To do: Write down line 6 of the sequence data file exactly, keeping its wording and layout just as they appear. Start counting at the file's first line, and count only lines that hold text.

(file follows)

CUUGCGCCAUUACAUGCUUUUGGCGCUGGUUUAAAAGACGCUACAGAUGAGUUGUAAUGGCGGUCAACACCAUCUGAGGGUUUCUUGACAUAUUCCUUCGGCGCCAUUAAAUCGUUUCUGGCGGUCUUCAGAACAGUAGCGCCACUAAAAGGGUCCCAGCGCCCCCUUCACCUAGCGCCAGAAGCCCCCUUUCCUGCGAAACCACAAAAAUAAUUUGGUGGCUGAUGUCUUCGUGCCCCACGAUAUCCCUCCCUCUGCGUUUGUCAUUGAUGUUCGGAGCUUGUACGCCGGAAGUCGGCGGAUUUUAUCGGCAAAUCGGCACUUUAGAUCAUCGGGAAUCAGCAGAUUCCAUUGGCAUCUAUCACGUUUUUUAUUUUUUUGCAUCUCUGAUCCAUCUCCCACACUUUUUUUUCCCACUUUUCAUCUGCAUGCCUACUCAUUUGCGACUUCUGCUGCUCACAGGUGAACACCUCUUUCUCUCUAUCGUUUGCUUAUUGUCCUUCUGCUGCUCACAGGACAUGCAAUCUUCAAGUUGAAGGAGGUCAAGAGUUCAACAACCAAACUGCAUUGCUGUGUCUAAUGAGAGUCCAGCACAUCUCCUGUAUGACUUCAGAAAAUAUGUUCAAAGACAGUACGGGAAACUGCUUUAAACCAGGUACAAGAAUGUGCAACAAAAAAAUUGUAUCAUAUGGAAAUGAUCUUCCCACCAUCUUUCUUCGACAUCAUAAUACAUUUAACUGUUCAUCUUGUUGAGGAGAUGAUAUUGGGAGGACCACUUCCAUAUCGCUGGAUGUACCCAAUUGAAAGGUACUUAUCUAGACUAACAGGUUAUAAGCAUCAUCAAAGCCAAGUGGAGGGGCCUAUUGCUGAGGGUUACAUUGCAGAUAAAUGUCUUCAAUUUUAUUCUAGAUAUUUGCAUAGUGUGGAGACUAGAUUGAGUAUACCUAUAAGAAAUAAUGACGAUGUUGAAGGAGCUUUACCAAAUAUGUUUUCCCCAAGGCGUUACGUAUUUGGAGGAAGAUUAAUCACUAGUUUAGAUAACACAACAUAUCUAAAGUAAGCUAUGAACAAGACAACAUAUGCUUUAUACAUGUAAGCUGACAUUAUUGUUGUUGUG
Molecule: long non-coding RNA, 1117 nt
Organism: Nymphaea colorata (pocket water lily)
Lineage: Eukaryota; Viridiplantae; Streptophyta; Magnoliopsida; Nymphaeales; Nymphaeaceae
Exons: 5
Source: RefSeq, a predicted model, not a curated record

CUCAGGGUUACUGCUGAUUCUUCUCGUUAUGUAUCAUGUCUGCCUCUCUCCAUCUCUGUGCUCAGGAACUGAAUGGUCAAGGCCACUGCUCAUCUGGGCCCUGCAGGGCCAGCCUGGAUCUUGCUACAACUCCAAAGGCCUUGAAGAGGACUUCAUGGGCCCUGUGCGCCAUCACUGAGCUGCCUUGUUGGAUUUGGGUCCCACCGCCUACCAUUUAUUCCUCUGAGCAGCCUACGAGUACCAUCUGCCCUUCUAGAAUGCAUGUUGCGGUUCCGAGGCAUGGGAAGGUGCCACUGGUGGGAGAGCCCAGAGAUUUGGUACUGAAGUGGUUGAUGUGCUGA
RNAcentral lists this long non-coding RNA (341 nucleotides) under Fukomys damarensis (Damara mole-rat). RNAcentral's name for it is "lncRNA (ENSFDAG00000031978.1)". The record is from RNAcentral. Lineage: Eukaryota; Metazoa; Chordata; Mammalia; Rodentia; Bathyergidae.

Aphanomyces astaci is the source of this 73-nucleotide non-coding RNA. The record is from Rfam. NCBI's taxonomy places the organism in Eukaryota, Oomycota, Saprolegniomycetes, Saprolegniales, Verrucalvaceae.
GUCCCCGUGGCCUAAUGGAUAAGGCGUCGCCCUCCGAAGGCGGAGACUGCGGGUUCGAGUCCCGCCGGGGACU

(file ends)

Source: RefSeq, a predicted model, not a curated record